Over the weekend, my girls and I watched Apple’s new animated movie, “Luck,” an original film produced by Skydance Animation. It features the young character, Samantha Greenfield, the unluckiest person in the world. One day, Sam came upon a lucky penny that changed her world forever. Through several events, Sam loses the lucky penny and finds herself following a mysterious black cat into a portal to the Land of Luck. After arriving at the Land of Luck, Sam discovers that there is not only a land of luck but also a land of bad luck. The Land of Bad Luck is the mirror image of the Land of Good Luck — the upside-down world of luck.
The movie “Luck” echoes the ancient Chinese philosophical concept of yin and yang. Yin and yang described opposite forces that are interconnected. Furthermore, the movie also seems to apply dualism to bad luck and good luck (that is, that the universe is controlled by two opposing forces, one good and the other evil). And so, to help the human world handle the pitfalls of bad luck, the characters in the Land of Luck use magic crystals to create good luck. Once created, they distribute good luck to the human world. Furthermore, the characters in the Land of Luck put bad and good luck through a randomizing machine to distribute both randomly to ensure that no one person in the human world receives too much bad luck. In the end, the magical characters of the Land of Luck are good because they create and distribute good luck so the human existence can be a little more bearable.
While the characters in the movie are likable and fun, the plot and themes are rather confusing. While it makes sense to the viewer that bad luck and good luck are opposites, the movie becomes a bit disjointed when it portrays the characters of the Land of Bad Luck as good, and the characters of the Land of Good Luck as bad. In other words, it creates a dualism of good and bad, only to invert good and bad later in the movie. In the end, the plot blends good and bad together, thus confusing the yin-yang dualism that it originally established.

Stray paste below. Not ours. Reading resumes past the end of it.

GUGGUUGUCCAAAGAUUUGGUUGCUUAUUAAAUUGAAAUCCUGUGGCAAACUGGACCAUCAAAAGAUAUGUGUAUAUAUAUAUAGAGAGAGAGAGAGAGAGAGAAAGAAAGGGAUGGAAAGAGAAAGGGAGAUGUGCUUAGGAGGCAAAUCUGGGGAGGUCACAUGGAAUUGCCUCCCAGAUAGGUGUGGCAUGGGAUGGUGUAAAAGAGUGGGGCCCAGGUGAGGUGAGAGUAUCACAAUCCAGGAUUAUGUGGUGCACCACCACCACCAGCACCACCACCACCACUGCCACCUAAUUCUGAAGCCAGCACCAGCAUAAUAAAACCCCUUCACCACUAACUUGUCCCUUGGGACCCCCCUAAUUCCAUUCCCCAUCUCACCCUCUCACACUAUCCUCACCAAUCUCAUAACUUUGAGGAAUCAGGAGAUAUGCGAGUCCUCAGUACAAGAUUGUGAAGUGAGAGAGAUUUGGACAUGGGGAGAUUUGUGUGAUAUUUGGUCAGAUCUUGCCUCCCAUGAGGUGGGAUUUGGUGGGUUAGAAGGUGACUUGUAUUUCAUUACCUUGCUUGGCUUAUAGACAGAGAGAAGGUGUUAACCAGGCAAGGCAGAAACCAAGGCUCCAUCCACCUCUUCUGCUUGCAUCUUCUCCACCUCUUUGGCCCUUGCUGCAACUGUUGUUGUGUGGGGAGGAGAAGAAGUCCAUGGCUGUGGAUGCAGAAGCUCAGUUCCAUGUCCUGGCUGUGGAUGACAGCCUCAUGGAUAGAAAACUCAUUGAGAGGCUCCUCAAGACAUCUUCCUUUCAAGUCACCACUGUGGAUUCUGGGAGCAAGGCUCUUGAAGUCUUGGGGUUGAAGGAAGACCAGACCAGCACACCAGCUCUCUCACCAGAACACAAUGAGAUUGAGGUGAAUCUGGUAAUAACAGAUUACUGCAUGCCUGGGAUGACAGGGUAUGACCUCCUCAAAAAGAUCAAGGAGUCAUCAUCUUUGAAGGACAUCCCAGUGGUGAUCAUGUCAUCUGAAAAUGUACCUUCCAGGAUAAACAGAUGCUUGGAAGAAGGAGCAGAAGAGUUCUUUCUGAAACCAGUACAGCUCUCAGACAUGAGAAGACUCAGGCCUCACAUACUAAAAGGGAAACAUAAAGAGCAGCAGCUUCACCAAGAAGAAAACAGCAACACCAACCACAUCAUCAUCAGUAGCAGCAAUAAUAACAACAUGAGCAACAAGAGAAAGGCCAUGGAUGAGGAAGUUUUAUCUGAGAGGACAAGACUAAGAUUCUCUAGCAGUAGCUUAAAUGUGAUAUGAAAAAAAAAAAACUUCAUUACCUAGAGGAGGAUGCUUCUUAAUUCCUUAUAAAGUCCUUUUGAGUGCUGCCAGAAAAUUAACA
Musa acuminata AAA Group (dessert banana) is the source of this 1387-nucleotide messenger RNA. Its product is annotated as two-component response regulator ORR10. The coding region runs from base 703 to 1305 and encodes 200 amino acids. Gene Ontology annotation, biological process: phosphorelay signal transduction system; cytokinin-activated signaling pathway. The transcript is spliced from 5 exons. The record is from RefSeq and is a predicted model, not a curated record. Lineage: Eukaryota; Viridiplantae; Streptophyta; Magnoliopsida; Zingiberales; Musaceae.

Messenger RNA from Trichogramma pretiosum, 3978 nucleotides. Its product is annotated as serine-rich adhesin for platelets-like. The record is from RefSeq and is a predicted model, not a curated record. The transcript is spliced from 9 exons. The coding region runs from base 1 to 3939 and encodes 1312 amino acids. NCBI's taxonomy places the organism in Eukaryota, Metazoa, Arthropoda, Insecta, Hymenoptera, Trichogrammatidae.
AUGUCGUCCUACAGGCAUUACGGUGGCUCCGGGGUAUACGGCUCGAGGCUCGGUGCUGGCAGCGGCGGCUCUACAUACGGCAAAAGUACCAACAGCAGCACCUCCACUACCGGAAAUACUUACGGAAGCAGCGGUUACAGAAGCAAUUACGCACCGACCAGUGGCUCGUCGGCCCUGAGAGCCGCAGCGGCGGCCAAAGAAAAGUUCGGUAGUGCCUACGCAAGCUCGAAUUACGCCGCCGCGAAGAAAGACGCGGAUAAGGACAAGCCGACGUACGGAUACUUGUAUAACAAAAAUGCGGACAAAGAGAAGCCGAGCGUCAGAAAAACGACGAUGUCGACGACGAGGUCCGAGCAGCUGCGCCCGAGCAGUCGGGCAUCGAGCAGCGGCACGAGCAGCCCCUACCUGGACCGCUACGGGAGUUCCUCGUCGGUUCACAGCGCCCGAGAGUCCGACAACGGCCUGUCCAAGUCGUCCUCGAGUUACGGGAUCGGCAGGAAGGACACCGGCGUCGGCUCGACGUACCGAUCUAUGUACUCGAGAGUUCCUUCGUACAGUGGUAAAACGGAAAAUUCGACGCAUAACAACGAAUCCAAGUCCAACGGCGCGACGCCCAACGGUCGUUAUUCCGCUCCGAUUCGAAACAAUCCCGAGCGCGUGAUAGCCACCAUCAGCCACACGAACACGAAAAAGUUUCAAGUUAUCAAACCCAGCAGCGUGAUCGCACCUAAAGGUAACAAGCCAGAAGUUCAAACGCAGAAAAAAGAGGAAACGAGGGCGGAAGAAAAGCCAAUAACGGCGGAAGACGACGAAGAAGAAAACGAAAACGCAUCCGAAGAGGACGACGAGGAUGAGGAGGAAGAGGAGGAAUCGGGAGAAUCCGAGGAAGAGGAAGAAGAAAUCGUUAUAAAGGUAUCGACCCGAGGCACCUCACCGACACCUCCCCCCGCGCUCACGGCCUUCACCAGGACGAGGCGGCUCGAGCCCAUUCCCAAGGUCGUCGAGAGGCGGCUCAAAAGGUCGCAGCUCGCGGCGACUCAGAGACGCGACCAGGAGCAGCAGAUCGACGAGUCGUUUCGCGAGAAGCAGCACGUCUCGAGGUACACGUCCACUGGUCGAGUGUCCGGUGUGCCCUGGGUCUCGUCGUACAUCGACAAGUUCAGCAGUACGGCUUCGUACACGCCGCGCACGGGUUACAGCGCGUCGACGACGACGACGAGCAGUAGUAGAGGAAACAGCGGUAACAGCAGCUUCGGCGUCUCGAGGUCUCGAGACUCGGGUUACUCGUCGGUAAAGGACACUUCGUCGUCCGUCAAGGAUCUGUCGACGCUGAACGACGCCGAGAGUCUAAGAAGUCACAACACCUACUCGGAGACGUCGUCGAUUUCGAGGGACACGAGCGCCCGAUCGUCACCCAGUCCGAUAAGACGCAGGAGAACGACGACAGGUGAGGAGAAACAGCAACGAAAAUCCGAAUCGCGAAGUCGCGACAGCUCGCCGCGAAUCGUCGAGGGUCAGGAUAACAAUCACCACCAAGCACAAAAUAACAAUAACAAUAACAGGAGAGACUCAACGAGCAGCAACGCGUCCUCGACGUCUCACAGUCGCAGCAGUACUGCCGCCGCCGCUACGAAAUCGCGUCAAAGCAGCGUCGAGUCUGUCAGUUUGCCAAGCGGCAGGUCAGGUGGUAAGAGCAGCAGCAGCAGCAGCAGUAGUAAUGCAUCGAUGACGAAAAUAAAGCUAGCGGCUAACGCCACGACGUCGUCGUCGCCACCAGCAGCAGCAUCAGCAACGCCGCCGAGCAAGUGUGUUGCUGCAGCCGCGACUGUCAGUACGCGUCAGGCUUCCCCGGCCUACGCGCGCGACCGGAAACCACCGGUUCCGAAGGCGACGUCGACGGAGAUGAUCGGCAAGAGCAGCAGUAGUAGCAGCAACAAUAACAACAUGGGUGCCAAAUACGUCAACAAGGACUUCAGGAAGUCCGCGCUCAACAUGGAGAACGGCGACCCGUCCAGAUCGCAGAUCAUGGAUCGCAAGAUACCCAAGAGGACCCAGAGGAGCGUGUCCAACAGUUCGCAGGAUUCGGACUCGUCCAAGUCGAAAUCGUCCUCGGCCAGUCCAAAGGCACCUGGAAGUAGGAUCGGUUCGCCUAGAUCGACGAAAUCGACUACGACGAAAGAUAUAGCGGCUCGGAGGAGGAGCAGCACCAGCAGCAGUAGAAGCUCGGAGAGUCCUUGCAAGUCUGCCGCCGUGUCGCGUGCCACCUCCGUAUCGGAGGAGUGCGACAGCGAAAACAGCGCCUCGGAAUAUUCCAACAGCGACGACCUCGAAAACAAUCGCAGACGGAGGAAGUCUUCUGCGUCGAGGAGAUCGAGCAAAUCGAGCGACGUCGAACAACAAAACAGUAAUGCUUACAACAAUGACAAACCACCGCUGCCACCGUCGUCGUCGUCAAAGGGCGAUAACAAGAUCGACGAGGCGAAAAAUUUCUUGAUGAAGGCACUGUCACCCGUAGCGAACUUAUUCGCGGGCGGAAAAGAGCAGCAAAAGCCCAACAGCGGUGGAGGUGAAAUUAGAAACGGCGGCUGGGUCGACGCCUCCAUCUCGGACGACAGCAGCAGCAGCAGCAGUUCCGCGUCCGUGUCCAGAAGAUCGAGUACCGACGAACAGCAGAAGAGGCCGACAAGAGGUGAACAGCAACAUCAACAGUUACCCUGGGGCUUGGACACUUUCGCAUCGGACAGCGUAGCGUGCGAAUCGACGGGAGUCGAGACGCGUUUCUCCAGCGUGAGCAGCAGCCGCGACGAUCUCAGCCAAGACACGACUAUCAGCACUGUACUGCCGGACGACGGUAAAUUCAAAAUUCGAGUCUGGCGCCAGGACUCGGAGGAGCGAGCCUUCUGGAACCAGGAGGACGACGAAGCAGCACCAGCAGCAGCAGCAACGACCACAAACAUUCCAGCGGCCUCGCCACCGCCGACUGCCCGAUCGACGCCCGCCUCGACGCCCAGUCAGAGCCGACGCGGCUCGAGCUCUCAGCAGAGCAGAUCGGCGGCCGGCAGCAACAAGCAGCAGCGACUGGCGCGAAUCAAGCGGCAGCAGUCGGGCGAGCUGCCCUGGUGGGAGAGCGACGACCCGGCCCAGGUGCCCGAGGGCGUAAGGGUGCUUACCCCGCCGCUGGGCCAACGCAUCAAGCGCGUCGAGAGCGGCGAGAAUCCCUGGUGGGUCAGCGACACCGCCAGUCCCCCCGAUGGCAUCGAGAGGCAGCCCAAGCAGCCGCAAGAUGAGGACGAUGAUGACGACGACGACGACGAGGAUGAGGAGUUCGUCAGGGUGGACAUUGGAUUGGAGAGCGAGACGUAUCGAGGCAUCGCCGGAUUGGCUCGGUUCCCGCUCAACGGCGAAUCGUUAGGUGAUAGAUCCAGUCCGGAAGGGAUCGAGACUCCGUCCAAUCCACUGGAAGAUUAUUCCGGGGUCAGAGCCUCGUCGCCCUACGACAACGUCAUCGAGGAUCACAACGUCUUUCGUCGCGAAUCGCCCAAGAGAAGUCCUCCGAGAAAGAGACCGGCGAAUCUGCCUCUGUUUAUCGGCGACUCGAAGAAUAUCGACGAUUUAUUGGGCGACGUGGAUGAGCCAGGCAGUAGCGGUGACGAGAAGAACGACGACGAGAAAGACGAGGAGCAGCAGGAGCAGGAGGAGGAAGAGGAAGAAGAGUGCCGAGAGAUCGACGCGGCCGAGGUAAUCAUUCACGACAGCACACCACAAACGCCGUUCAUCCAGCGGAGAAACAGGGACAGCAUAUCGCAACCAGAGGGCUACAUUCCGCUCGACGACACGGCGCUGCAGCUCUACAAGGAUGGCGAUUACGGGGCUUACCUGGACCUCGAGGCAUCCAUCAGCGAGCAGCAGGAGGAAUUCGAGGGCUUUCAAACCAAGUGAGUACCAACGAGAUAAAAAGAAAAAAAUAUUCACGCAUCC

Christians acknowledge the difference between good and evil — light and dark. However, the Scriptures do not describe the world in terms of yin and yang or dualism. For the Christian, the world and all things were created “good” in the beginning by God. Furthermore, sin is not created as a dualistic opposite of good. In other words, sin is not the yin to the yang of goodness.
The belief of a yin and yang dualism creates two equal worlds that function independently and are opposite to each other: one world is good and one bad. If this were the case, Christians would have to ascribe more power to the devil and sin than the Scriptures do. The devil can never create anything good, beautiful or true, and sin is not an independent opposite of goodness but the perversion of goodness. Sin is like a disease; it is the corruption of good. It is the absence of righteousness, as darkness is the absence of light. If sin and the devil were the dualistic opposite of God and righteousness, then the devil and sin would have a power equal and opposite to God. But again, the devil, his cohorts and sin are not independent and equal alternatives to God; instead, they are the corruption of all that is good.
I believe the words of my seven-year-old daughter capture my overall impressions of “Luck”: “Daddy, it is a fun movie, but it doesn’t make sense.” Indeed, there were many funny portions of the movie and some lovable characters. Still, in the end, there were way too many philosophical assertions, twists and developments for a simple animated movie. To establish a dualism, invert the dualism, and then blend the dualism together is too big of a feat for an animated children’s movie. While the movie might have been fun, parents should take care lest the underlying assumptions confuse the little Christians in their care.
Graphic: Promotional poster.